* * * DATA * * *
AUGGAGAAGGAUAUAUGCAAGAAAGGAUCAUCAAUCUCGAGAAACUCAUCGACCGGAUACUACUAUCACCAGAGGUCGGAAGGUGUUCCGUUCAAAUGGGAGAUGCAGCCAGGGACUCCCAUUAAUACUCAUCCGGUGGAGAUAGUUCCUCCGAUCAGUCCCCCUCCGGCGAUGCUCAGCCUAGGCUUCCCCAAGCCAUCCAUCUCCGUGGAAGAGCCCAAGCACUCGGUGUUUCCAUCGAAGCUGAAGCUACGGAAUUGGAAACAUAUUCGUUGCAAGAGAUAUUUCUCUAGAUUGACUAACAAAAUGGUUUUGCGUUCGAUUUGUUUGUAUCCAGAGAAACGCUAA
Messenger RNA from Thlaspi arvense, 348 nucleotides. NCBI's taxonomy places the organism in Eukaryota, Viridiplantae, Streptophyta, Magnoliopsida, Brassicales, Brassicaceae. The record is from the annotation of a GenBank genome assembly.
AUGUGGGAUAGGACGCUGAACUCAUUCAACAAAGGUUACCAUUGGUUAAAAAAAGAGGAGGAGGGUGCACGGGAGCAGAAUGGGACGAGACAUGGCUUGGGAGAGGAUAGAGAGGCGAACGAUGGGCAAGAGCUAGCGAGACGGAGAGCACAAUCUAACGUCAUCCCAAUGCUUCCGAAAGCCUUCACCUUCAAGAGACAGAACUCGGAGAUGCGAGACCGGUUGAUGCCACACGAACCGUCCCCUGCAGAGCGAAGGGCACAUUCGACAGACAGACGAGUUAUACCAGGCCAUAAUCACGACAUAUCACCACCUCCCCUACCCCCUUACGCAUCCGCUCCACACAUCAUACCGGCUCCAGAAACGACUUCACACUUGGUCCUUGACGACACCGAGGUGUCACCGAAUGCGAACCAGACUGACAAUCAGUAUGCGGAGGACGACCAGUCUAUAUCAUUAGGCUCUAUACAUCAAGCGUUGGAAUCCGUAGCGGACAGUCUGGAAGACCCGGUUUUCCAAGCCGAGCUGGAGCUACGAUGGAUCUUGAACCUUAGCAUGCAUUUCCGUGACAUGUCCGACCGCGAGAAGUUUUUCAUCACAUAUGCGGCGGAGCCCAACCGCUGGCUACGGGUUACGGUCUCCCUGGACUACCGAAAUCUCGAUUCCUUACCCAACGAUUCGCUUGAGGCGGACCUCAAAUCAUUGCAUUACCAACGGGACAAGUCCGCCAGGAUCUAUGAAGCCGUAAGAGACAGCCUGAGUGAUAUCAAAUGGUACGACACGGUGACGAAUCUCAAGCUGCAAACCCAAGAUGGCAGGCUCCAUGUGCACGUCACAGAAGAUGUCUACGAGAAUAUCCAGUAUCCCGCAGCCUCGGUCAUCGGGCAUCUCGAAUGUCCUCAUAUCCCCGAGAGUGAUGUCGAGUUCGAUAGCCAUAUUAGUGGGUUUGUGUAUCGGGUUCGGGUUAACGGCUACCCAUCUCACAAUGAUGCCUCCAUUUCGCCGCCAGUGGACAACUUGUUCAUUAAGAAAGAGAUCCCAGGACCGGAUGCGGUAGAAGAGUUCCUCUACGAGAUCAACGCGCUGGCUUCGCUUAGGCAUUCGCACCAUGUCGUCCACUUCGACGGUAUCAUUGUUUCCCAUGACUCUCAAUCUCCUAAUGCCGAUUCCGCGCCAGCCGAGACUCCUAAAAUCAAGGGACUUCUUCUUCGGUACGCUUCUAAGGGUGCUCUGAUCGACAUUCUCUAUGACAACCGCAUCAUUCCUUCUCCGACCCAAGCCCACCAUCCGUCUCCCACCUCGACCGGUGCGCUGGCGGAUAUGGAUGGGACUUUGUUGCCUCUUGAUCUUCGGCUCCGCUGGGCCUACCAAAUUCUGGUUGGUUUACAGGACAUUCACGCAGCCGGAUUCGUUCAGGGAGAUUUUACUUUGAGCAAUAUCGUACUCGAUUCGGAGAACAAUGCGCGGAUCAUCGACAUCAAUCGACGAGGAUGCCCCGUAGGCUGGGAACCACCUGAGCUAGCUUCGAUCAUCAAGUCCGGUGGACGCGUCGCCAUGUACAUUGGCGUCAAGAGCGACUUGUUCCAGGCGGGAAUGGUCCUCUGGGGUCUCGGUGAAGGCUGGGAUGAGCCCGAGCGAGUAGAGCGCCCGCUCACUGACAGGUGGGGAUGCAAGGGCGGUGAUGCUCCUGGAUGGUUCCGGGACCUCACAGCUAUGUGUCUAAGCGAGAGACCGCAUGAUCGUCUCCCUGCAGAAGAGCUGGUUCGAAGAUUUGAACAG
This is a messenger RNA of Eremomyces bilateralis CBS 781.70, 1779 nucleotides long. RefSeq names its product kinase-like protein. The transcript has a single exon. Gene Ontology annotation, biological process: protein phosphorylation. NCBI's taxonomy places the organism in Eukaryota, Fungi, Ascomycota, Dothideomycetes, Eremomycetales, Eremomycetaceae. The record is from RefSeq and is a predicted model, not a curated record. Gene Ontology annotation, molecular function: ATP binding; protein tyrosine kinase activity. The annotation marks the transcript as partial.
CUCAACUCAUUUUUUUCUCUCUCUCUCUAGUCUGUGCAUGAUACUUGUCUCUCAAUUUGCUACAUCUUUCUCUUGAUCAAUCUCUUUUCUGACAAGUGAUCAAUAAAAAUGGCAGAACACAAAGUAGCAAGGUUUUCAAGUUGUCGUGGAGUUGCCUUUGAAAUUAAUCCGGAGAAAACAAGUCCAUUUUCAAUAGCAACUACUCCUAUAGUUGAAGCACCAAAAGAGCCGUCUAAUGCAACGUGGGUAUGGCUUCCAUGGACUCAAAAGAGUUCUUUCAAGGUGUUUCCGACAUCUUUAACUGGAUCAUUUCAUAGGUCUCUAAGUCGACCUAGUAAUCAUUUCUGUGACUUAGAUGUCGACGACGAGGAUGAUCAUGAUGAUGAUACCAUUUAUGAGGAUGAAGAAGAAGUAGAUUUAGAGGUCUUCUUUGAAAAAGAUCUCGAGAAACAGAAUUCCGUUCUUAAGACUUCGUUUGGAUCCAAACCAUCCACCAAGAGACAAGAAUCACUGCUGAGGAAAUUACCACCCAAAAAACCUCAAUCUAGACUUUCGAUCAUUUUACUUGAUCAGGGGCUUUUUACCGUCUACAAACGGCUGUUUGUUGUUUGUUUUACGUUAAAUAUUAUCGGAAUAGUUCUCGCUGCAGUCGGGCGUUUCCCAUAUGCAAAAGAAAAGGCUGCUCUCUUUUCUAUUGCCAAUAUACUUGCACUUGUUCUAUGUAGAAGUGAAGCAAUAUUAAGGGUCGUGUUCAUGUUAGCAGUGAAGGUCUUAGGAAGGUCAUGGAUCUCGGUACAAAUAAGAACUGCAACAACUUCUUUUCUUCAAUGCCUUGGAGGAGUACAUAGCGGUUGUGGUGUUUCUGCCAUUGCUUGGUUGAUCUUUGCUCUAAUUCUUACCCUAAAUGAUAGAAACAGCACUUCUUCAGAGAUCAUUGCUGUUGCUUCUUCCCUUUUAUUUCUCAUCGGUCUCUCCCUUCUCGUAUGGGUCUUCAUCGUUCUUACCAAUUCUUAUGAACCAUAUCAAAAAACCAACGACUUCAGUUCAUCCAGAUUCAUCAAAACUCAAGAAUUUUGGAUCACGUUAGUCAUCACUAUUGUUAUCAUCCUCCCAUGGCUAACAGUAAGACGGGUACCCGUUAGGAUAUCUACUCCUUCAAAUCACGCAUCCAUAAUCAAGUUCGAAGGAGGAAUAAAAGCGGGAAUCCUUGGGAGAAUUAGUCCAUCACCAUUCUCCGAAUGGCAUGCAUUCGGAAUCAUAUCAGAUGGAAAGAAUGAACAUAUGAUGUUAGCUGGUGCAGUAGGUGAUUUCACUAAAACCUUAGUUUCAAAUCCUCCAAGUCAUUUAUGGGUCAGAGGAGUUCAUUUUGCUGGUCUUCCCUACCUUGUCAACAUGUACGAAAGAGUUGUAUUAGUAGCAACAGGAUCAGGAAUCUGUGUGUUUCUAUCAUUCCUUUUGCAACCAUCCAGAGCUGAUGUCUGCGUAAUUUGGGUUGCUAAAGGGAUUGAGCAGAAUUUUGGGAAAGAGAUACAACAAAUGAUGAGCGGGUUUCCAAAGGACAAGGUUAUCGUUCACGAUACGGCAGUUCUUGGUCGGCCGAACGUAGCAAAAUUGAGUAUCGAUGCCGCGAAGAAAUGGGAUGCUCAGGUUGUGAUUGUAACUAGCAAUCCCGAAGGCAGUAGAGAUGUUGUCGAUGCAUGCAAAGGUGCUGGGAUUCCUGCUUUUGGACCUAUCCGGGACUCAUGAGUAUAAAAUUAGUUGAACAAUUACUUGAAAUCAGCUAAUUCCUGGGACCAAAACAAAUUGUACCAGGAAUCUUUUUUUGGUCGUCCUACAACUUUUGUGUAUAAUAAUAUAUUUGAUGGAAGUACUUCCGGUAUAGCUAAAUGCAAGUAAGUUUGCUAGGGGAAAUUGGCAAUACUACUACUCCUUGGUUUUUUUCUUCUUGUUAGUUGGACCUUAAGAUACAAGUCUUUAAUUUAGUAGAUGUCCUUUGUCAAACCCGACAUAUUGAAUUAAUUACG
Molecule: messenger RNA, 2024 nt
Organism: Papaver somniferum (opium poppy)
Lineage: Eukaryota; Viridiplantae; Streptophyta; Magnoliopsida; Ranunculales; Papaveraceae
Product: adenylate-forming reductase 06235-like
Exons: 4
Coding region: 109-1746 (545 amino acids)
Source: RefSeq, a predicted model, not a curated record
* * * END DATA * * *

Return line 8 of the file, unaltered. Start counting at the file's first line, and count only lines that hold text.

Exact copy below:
Lineage: Eukaryota; Viridiplantae; Streptophyta; Magnoliopsida; Ranunculales; Papaveraceae